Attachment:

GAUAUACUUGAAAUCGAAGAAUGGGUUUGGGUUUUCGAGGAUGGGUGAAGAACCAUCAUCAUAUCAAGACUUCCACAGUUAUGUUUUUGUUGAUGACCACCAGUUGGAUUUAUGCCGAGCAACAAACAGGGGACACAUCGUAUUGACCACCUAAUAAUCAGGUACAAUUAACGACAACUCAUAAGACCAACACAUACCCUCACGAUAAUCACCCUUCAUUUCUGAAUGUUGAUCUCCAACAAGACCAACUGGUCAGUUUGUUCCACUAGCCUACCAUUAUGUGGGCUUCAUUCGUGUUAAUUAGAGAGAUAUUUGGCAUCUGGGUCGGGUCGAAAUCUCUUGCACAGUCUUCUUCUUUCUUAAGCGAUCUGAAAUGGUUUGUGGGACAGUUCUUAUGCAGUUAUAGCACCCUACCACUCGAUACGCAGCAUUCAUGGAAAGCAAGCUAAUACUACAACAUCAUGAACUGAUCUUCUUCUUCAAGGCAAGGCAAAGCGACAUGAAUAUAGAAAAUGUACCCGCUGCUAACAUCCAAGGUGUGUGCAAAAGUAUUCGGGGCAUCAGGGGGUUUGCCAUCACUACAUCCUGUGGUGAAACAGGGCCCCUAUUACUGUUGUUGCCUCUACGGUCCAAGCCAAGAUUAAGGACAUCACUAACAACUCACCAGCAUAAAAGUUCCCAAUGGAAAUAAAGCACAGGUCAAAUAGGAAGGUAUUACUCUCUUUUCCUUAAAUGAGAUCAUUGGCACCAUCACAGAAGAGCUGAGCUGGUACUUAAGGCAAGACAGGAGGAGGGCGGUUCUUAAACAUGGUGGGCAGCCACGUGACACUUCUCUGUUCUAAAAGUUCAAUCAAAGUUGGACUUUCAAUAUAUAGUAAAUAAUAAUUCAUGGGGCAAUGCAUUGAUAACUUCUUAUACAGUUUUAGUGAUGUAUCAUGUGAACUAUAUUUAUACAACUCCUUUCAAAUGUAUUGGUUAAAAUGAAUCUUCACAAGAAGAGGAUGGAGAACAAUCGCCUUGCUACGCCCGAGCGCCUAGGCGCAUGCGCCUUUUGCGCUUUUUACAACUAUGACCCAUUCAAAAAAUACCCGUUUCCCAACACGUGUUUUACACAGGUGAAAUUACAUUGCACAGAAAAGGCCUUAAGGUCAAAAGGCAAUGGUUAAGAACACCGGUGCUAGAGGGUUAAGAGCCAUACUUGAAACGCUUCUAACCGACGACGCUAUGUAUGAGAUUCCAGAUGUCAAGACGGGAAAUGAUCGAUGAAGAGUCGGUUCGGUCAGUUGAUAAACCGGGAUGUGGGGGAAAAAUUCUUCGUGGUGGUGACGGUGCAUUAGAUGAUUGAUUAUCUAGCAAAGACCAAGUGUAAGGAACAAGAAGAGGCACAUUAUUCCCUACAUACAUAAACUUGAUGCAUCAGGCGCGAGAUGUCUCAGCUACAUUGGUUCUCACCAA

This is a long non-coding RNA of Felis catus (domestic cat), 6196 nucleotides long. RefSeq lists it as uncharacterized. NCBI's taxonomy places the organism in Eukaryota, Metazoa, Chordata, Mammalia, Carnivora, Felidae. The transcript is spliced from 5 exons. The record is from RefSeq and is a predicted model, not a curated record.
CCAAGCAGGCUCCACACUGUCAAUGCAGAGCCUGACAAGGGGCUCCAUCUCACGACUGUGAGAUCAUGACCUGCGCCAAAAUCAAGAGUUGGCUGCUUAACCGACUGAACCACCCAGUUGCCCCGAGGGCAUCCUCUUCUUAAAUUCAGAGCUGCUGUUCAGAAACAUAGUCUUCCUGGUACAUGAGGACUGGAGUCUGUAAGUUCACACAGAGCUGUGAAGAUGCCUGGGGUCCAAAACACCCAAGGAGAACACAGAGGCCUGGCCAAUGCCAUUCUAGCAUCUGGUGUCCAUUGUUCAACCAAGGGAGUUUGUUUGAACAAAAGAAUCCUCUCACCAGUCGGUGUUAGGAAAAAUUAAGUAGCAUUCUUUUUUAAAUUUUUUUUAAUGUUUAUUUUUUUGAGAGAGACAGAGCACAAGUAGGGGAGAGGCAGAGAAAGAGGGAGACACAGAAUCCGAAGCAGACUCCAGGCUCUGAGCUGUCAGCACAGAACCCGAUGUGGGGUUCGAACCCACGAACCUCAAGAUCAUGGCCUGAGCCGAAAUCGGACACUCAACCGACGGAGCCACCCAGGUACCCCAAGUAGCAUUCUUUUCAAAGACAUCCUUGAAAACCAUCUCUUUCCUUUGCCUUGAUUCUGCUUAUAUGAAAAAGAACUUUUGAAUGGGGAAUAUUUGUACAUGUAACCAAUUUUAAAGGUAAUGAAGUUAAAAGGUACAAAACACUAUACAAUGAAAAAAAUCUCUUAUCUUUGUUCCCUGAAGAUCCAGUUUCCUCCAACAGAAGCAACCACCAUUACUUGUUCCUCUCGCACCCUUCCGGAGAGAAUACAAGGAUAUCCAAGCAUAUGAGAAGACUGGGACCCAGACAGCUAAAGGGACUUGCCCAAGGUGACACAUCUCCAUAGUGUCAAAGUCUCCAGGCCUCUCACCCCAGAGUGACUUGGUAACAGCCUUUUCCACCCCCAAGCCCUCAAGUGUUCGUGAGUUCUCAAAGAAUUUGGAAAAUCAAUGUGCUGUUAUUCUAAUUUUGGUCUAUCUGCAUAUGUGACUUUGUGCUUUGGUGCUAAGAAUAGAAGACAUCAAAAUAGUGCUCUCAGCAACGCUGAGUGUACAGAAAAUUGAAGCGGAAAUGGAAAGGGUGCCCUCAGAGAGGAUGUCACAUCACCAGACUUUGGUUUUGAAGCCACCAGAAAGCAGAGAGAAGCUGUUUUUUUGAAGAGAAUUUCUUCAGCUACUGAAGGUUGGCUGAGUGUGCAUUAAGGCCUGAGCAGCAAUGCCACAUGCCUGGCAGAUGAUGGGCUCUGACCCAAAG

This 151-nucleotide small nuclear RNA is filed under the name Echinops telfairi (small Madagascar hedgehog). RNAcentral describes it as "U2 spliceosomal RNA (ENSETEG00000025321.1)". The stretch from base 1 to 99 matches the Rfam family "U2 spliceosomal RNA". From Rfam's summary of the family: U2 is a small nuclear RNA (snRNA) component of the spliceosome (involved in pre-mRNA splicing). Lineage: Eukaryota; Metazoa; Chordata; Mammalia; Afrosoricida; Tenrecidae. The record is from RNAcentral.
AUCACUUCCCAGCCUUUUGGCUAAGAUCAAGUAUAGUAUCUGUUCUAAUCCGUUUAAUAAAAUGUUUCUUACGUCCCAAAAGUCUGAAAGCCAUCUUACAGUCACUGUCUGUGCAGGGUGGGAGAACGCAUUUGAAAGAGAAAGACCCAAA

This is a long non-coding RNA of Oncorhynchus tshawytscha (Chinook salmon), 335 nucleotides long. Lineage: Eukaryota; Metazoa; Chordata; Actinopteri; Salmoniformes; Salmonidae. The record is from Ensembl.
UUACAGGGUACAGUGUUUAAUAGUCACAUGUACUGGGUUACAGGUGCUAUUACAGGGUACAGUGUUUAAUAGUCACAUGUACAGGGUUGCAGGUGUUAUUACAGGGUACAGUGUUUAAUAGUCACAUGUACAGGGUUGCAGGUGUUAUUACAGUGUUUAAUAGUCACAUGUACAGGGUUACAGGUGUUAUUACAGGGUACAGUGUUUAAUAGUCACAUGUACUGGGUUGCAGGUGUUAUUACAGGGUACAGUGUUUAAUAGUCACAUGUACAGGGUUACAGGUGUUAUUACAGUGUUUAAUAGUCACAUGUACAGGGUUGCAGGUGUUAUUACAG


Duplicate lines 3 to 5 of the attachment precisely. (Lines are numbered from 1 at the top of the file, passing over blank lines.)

CCAAGCAGGCUCCACACUGUCAAUGCAGAGCCUGACAAGGGGCUCCAUCUCACGACUGUGAGAUCAUGACCUGCGCCAAAAUCAAGAGUUGGCUGCUUAACCGACUGAACCACCCAGUUGCCCCGAGGGCAUCCUCUUCUUAAAUUCAGAGCUGCUGUUCAGAAACAUAGUCUUCCUGGUACAUGAGGACUGGAGUCUGUAAGUUCACACAGAGCUGUGAAGAUGCCUGGGGUCCAAAACACCCAAGGAGAACACAGAGGCCUGGCCAAUGCCAUUCUAGCAUCUGGUGUCCAUUGUUCAACCAAGGGAGUUUGUUUGAACAAAAGAAUCCUCUCACCAGUCGGUGUUAGGAAAAAUUAAGUAGCAUUCUUUUUUAAAUUUUUUUUAAUGUUUAUUUUUUUGAGAGAGACAGAGCACAAGUAGGGGAGAGGCAGAGAAAGAGGGAGACACAGAAUCCGAAGCAGACUCCAGGCUCUGAGCUGUCAGCACAGAACCCGAUGUGGGGUUCGAACCCACGAACCUCAAGAUCAUGGCCUGAGCCGAAAUCGGACACUCAACCGACGGAGCCACCCAGGUACCCCAAGUAGCAUUCUUUUCAAAGACAUCCUUGAAAACCAUCUCUUUCCUUUGCCUUGAUUCUGCUUAUAUGAAAAAGAACUUUUGAAUGGGGAAUAUUUGUACAUGUAACCAAUUUUAAAGGUAAUGAAGUUAAAAGGUACAAAACACUAUACAAUGAAAAAAAUCUCUUAUCUUUGUUCCCUGAAGAUCCAGUUUCCUCCAACAGAAGCAACCACCAUUACUUGUUCCUCUCGCACCCUUCCGGAGAGAAUACAAGGAUAUCCAAGCAUAUGAGAAGACUGGGACCCAGACAGCUAAAGGGACUUGCCCAAGGUGACACAUCUCCAUAGUGUCAAAGUCUCCAGGCCUCUCACCCCAGAGUGACUUGGUAACAGCCUUUUCCACCCCCAAGCCCUCAAGUGUUCGUGAGUUCUCAAAGAAUUUGGAAAAUCAAUGUGCUGUUAUUCUAAUUUUGGUCUAUCUGCAUAUGUGACUUUGUGCUUUGGUGCUAAGAAUAGAAGACAUCAAAAUAGUGCUCUCAGCAACGCUGAGUGUACAGAAAAUUGAAGCGGAAAUGGAAAGGGUGCCCUCAGAGAGGAUGUCACAUCACCAGACUUUGGUUUUGAAGCCACCAGAAAGCAGAGAGAAGCUGUUUUUUUGAAGAGAAUUUCUUCAGCUACUGAAGGUUGGCUGAGUGUGCAUUAAGGCCUGAGCAGCAAUGCCACAUGCCUGGCAGAUGAUGGGCUCUGACCCAAAG

This 151-nucleotide small nuclear RNA is filed under the name Echinops telfairi (small Madagascar hedgehog). RNAcentral describes it as "U2 spliceosomal RNA (ENSETEG00000025321.1)". The stretch from base 1 to 99 matches the Rfam family "U2 spliceosomal RNA". From Rfam's summary of the family: U2 is a small nuclear RNA (snRNA) component of the spliceosome (involved in pre-mRNA splicing). Lineage: Eukaryota; Metazoa; Chordata; Mammalia; Afrosoricida; Tenrecidae. The record is from RNAcentral.
AUCACUUCCCAGCCUUUUGGCUAAGAUCAAGUAUAGUAUCUGUUCUAAUCCGUUUAAUAAAAUGUUUCUUACGUCCCAAAAGUCUGAAAGCCAUCUUACAGUCACUGUCUGUGCAGGGUGGGAGAACGCAUUUGAAAGAGAAAGACCCAAA